Creative industries and Crafts

Some entrepreneurs in the creative industry and crafts sector said while they are attracting a lot of interest from abroad about their products, the absence of an online payment gateway in Brunei has made it difficult for their businesses to grow.

The enterprises also felt the lack of appreciation among locals for art as they would rather opt for cheap and mediocre quality products.

Creative industries feel that this concept cannot apply to their products, and that high quality products will always be expensive.

They also called for the need for transparency and processes to be shared with businesses, as there have been cases where procedures suddenly change without any prior notification.

This, they said results in their businesses suffering a setback when it comes to planning performances and art exhibitions.

Some attendees at these dialogue and focus sessions said there is a $150 fee for organising art exhibitions, which is too high a cost.

Among suggestions by DARe is to have a creative festival encompassing all creative industry activities.

They also suggested privatising the creative sector.

Clothing or garment businesses

Some entrepreneurs in this sector called for the need for more theme-based events for street-wear or muslimah wear.

This, they said, allows them to attract the right customers.

They said some events carried out here are not right for these small businesses, like the annual Consumer Fair, as the audience at the fair is too diverse, and many of them are only interested in free food and samples.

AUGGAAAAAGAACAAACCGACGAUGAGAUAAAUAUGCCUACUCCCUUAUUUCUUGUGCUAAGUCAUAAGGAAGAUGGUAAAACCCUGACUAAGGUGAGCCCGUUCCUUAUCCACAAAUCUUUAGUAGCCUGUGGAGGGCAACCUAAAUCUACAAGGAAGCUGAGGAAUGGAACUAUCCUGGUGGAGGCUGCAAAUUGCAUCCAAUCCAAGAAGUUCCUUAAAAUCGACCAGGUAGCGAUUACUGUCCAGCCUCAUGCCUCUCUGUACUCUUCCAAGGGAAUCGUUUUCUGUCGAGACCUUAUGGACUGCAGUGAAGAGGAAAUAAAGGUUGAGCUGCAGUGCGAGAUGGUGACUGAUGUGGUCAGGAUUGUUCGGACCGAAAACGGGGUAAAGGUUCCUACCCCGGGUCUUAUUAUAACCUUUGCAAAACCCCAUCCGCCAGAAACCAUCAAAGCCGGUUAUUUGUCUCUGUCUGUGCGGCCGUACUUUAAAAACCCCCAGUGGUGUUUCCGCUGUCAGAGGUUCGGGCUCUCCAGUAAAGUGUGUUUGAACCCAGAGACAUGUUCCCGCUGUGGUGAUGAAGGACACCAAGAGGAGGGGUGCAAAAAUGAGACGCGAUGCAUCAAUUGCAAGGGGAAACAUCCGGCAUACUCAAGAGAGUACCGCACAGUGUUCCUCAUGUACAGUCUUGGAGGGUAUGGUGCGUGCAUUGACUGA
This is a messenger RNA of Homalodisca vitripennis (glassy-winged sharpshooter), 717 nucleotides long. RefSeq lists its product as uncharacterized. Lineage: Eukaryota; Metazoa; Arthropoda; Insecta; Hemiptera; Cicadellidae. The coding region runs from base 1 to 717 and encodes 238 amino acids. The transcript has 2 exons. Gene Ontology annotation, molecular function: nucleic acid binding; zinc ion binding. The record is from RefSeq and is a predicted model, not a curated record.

DARe plans to approach event companies to see if a theme-based event can be organised.

They will also look into whether rates for booths can be negotiable for small businesses at expos, or whether small businesses can be given priority by having their booth at a good location, such as the entrance of the expo.

Food and Beverage industry

One of the issues raised in this sector was the need for franchise companies to fork out $8,000 for sending a Brunei Islamic Religious Council (MUIB) officer to the country from where the meat is being imported before its halal certification is endorsed.

The fee of $8,000 includes the officer’s flight, accommodation and allowance, and the role of the officer is to monitor the shipments, among others. The entrepreneurs felt this was too high a cost for them to bear.

Another issue raised was labour retention in the food and beverage industry.

They find it challenging as youth do not see the job as a career hence, most of them work on a part-time basis until they get a higher paying job.

Businesses also said those who run cafes producing coffee use expensive machines that can only be fixed by a specialist.

These businesses need to pay for flights and accommodation for the specialist to come to Brunei to fix the coffee machine, thus incurring high costs.

DARe said there is a possibility to outsource these skills to Bruneians.

However, they will need to get paid to go to a workshop, and learn how to fix other coffee machines.

DARe said this will be able to cut a lot of costs, rather than flying in a specialist.

DARe has suggested to bring in MUIB, the Ministry of Religious Affairs, Labour Department, Employees Trust Fund (TAP) and the Local Employment and Workforce Development Agency (APTK) for its following dialogues or focus sessions to roll out win-win situations for both.

The Brunei Times